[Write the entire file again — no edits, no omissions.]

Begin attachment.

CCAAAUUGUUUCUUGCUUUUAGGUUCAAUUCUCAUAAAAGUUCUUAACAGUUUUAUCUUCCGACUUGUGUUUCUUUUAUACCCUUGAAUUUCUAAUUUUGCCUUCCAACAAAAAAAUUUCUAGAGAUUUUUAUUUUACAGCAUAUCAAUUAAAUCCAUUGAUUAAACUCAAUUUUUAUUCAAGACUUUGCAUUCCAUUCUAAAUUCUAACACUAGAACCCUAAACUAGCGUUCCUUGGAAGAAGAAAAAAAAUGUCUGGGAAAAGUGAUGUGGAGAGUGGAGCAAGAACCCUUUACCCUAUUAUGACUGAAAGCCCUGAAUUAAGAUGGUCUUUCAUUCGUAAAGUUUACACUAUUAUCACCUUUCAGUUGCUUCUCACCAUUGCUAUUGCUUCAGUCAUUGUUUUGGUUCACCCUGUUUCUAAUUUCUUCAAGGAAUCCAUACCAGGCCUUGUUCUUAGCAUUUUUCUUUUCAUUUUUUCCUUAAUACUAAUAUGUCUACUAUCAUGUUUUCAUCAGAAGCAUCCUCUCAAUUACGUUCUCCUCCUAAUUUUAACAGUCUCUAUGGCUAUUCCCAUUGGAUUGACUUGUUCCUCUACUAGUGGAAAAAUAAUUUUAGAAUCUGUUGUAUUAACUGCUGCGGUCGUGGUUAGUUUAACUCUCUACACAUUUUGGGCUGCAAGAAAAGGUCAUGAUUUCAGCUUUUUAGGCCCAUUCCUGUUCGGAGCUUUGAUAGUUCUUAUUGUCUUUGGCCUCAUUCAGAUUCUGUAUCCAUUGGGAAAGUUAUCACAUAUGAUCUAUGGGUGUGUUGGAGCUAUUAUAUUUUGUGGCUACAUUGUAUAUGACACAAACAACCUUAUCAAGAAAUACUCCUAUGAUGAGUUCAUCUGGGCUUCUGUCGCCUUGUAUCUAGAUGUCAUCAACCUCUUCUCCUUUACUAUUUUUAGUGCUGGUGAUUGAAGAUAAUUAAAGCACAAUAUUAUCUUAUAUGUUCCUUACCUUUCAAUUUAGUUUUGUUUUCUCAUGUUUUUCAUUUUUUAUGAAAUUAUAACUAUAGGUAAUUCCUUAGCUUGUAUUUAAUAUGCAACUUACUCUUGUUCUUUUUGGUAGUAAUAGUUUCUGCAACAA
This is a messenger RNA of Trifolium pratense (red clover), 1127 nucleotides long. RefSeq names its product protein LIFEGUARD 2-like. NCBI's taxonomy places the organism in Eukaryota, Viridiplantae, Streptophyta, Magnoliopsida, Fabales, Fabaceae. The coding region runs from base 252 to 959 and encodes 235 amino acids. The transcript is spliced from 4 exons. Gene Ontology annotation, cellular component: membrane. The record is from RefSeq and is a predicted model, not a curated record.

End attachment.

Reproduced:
CCAAAUUGUUUCUUGCUUUUAGGUUCAAUUCUCAUAAAAGUUCUUAACAGUUUUAUCUUCCGACUUGUGUUUCUUUUAUACCCUUGAAUUUCUAAUUUUGCCUUCCAACAAAAAAAUUUCUAGAGAUUUUUAUUUUACAGCAUAUCAAUUAAAUCCAUUGAUUAAACUCAAUUUUUAUUCAAGACUUUGCAUUCCAUUCUAAAUUCUAACACUAGAACCCUAAACUAGCGUUCCUUGGAAGAAGAAAAAAAAUGUCUGGGAAAAGUGAUGUGGAGAGUGGAGCAAGAACCCUUUACCCUAUUAUGACUGAAAGCCCUGAAUUAAGAUGGUCUUUCAUUCGUAAAGUUUACACUAUUAUCACCUUUCAGUUGCUUCUCACCAUUGCUAUUGCUUCAGUCAUUGUUUUGGUUCACCCUGUUUCUAAUUUCUUCAAGGAAUCCAUACCAGGCCUUGUUCUUAGCAUUUUUCUUUUCAUUUUUUCCUUAAUACUAAUAUGUCUACUAUCAUGUUUUCAUCAGAAGCAUCCUCUCAAUUACGUUCUCCUCCUAAUUUUAACAGUCUCUAUGGCUAUUCCCAUUGGAUUGACUUGUUCCUCUACUAGUGGAAAAAUAAUUUUAGAAUCUGUUGUAUUAACUGCUGCGGUCGUGGUUAGUUUAACUCUCUACACAUUUUGGGCUGCAAGAAAAGGUCAUGAUUUCAGCUUUUUAGGCCCAUUCCUGUUCGGAGCUUUGAUAGUUCUUAUUGUCUUUGGCCUCAUUCAGAUUCUGUAUCCAUUGGGAAAGUUAUCACAUAUGAUCUAUGGGUGUGUUGGAGCUAUUAUAUUUUGUGGCUACAUUGUAUAUGACACAAACAACCUUAUCAAGAAAUACUCCUAUGAUGAGUUCAUCUGGGCUUCUGUCGCCUUGUAUCUAGAUGUCAUCAACCUCUUCUCCUUUACUAUUUUUAGUGCUGGUGAUUGAAGAUAAUUAAAGCACAAUAUUAUCUUAUAUGUUCCUUACCUUUCAAUUUAGUUUUGUUUUCUCAUGUUUUUCAUUUUUUAUGAAAUUAUAACUAUAGGUAAUUCCUUAGCUUGUAUUUAAUAUGCAACUUACUCUUGUUCUUUUUGGUAGUAAUAGUUUCUGCAACAA
This is a messenger RNA of Trifolium pratense (red clover), 1127 nucleotides long. RefSeq names its product protein LIFEGUARD 2-like. NCBI's taxonomy places the organism in Eukaryota, Viridiplantae, Streptophyta, Magnoliopsida, Fabales, Fabaceae. The coding region runs from base 252 to 959 and encodes 235 amino acids. The transcript is spliced from 4 exons. Gene Ontology annotation, cellular component: membrane. The record is from RefSeq and is a predicted model, not a curated record.